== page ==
Rules are general, each horse has specific reactions. The rider must adapt the rules to fit the specific horse, then teach the horse which movements are actual cues, and which are just the horse/rider equivalent of “white noise”.
Also, balance must have at least as much to do with what the rider’s upper body is doing, and with the rider having his/her upper body centered and balanced over the rider’s own center of gravity and over the horse’s center of gravity. If the rider is correctly balanced, he/she can stay in place and balanced with or without stirrups, and without tensing the leg muscles or applying pressure to the horse’s sides.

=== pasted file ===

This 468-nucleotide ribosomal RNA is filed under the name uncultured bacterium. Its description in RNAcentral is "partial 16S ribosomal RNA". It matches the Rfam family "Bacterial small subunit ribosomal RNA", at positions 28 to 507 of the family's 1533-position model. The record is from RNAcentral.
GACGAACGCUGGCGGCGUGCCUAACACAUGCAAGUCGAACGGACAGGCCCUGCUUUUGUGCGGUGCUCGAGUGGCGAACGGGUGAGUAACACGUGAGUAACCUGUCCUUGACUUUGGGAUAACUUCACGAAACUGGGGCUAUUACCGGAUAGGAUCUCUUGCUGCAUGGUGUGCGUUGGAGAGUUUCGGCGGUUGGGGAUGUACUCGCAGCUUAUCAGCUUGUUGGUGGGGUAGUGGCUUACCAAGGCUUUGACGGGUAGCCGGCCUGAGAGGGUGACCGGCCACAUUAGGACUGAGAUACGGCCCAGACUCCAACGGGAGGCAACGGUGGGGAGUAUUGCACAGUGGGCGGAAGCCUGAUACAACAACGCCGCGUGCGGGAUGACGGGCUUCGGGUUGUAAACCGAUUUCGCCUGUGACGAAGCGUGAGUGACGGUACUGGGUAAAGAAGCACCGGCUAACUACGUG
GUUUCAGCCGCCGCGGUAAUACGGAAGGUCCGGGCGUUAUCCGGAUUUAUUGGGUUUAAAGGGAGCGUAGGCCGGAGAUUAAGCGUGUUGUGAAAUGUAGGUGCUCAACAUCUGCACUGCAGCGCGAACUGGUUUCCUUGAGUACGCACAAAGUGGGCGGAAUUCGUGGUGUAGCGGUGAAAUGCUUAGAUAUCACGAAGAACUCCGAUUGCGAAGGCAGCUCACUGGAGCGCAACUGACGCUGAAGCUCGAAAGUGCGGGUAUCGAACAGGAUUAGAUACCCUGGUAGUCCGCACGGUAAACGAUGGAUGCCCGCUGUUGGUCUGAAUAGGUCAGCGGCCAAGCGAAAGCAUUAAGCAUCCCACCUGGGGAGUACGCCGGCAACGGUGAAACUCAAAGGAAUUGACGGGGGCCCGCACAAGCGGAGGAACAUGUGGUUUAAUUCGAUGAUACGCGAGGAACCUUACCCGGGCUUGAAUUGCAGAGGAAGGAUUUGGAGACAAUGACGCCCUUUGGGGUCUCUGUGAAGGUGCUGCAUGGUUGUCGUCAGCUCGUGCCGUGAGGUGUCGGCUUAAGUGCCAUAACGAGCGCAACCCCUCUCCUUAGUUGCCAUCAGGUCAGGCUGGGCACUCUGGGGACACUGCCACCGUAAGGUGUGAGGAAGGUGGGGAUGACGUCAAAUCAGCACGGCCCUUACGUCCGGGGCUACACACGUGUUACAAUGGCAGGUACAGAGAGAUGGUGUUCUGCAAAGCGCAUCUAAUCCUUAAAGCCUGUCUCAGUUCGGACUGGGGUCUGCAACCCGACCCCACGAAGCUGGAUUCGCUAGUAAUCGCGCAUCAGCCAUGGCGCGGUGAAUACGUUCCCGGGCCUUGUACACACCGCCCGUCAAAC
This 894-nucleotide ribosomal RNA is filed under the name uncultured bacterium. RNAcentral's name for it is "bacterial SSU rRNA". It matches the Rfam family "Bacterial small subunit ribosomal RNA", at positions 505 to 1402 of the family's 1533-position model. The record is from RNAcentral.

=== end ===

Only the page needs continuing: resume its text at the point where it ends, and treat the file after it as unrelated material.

If you have not already read it, you might look for a copy of Sally Swift’s book “Centered Riding”.